This note was originally published at 8am on December 03, 2013 for Hedgeye subscribers.
“We had invested very heavily over a very long period of time in the education of quality leaders.”
John Allison retired in 2010 after building one of the best banks in US history. “BB&T made it through the sub-prime crisis without a single quarterly loss… In Allison’s 19 years as CEO, BB&T grew from a statewide bank… to a $152B bank operating in 11 southern states and the District of Columbia.”
“We had really strong presidents … they had a much higher level of authority than our competitors… they were held responsible – they owned the process.” –Allison (Knowledge and Power, pg 172)
Sounds like our central bank, right? Ha! Especially the crony boys from mediocre-land (downtown at the New York Federal Reserve Bank). That’s where you’ll find below-average-at-best Bill Dudley and his whipping boy Simon Potter. These guys aren’t leaders. They are academic group-thinkers. And one day, all of their conflicted “smoothing” decisions will come home to roost. Mark my tweets.
Back to the Global Macro Grind…
If you want to get into the holiday anti-Fed mood, pick up a copy of the book John Allison published this year – The Financial Crisis and the Free Market Cure. It contains 0% of the Fed-access-propaganda you see paraded around with CNBC’s Keynesian peacocks every day. They are real thoughts from a real-time risk manager of banking and non-linear market risk.
“In my career, the Fed has a 100% error rate in predicting and reacting to important economic turns… because it is trying to arbitrarily set the single most important price of the economy – the price of money… setting wage and price controls from the time of Diocletian to Nixon, has proven in every case a disaster for economies and the people entrapped by them.” (Knowledge and Power, pg 175)
In other news this morning, after stuffing the New York financial media with crab cakes and vino last night, the Fed’s anti-dog-eat-dog-price-controller-of gravity, currency, and rates (Simon Potter) proclaimed his mystery of faith that “operationally, market participants generally characterize the exercise as smooth, with minimal disruptions.”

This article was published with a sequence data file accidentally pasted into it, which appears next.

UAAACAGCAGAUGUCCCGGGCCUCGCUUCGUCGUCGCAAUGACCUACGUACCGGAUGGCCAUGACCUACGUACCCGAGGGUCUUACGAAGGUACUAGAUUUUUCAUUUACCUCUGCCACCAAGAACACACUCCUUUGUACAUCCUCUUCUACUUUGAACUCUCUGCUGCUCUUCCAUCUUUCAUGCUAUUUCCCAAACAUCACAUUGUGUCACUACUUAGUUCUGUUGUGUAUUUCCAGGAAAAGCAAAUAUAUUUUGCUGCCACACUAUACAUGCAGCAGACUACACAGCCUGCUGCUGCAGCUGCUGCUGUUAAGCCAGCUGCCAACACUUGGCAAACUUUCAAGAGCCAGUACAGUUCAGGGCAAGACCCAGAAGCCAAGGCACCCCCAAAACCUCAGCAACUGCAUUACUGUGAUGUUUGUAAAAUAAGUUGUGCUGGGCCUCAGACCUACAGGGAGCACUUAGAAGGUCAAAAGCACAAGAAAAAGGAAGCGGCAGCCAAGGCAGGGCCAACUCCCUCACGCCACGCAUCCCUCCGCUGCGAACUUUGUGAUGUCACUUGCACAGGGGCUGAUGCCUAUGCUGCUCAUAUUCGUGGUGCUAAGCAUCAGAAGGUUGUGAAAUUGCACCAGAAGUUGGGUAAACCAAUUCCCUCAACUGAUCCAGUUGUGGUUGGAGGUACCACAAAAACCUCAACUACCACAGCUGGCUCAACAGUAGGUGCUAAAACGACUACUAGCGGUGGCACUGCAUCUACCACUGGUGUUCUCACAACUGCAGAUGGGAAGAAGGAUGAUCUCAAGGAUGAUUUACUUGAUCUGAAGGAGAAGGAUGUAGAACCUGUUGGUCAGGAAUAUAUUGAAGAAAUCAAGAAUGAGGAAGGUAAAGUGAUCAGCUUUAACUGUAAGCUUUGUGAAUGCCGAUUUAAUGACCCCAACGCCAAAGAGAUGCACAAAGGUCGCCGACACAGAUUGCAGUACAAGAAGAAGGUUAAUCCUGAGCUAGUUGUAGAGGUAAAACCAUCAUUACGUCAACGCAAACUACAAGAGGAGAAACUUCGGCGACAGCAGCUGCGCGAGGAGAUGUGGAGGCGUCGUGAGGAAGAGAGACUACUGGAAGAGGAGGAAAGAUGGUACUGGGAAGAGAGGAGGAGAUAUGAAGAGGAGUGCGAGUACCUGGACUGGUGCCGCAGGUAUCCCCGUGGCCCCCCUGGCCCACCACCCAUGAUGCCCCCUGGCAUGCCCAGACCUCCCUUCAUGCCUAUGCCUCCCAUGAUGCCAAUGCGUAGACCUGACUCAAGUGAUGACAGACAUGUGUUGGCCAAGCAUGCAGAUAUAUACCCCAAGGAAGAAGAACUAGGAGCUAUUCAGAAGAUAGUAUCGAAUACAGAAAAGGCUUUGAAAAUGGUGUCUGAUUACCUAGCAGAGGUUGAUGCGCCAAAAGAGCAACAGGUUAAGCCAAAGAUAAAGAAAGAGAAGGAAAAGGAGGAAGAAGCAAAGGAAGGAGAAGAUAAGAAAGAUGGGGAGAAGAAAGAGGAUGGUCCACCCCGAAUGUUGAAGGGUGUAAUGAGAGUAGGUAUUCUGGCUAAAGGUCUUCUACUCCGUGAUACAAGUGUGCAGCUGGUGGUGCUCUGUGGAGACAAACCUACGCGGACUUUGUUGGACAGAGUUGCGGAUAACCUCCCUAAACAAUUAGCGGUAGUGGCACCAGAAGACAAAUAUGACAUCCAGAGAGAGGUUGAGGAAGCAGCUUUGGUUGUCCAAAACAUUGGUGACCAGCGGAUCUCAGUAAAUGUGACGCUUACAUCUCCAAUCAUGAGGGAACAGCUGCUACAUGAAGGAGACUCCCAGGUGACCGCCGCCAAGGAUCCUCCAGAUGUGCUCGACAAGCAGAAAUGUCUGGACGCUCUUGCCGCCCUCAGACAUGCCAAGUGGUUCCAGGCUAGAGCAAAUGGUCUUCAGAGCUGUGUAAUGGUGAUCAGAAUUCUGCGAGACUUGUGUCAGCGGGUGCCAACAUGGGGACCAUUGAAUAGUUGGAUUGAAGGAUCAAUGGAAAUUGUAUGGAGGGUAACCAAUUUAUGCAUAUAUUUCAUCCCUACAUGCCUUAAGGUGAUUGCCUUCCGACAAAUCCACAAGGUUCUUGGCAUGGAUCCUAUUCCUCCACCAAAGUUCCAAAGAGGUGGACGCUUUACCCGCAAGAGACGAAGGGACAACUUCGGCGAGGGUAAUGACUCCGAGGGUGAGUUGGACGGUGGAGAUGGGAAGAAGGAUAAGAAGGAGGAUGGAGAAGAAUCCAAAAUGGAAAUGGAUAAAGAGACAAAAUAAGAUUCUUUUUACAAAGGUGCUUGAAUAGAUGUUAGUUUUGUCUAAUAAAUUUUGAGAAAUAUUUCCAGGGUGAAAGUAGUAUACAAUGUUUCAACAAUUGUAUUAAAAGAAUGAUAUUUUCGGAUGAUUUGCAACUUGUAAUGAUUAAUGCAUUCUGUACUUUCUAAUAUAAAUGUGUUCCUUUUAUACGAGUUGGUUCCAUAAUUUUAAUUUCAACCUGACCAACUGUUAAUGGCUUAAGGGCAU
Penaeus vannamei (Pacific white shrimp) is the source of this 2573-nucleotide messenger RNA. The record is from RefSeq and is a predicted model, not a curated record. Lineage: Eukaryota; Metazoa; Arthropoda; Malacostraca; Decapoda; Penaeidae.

Potter, of course, is talking about what Thomas Jefferson surely had in mind - a reverse-repo-facility from the Fed that will look over Americans while they sleep. Chartreuse for everyone in NYC. This is the new America we all believe in, baby! (I’ll have a Bud Light pls)
Meanwhile, US stocks are pinned by a vacuum of Fed stimulated performance chasing all-time bubble highs, on no volume, and rising implied volatility signals.
By “minimal disruptions” what the NY Fed means is that @PIMCO doesn’t have to worry about economic information surprises being market-to-market on the long-end of the yield curve.
As evidenced by June and August spikes in US #RatesRising, there is nothing “smooth” about US currency and/or rate markets trading freely anymore. Oh, and The Fed needs to find a way to get people out of an MBS market bubble that doesn’t trade, don’t forget.
That’s why yesterday’s story within Mr. Macro Market’s score was so revealing. Follow the bouncing ball of events in the order that they appeared:
- 10:00 AM – ISM of 57.3 for NOV surprised on the upside (driven by New Orders of 63.6 and Employment at a fresh YTD high)
- 10:14 AM – US stocks put in their low of the day as the market got briefly confused about great news being bad re Fed-taper
- 12:30 PM – SP500 stops going up at an all-time high of 1810 as #RatesRising push higher, Gold lower
4:00PM EST – US stocks close on their lows of the day; US Equity Volatility (VIX) closes at the high of the day
In other words, to John Allison’s point, the Fed continues to look silly whenever it hinges policy on its forecasts. Its 2013 forecast on US consumption and employment growth were dead wrong. So now the Fed is behind the curve, making stuff up, in a Sisyphean fight for its academic dogma.
We’re going to get a 3% handle on US GDP this week (Thursday) and all the Fed’s open-market-storytelling communications will be able to do is make up more reasons why you should think this is still 2008. Fear, forever.
And guess what – if you let them, they might just perpetuate their own reality this time. The next crisis is going to be a central planning one. America hasn’t invested in Paul Volcker type leadership at the Fed. We are hostage to un-elected NYC banking group-thinkers.
10yr Yield 2.71-2.81%
Best of luck out there today,
Keith R. McCullough
Chief Executive Officer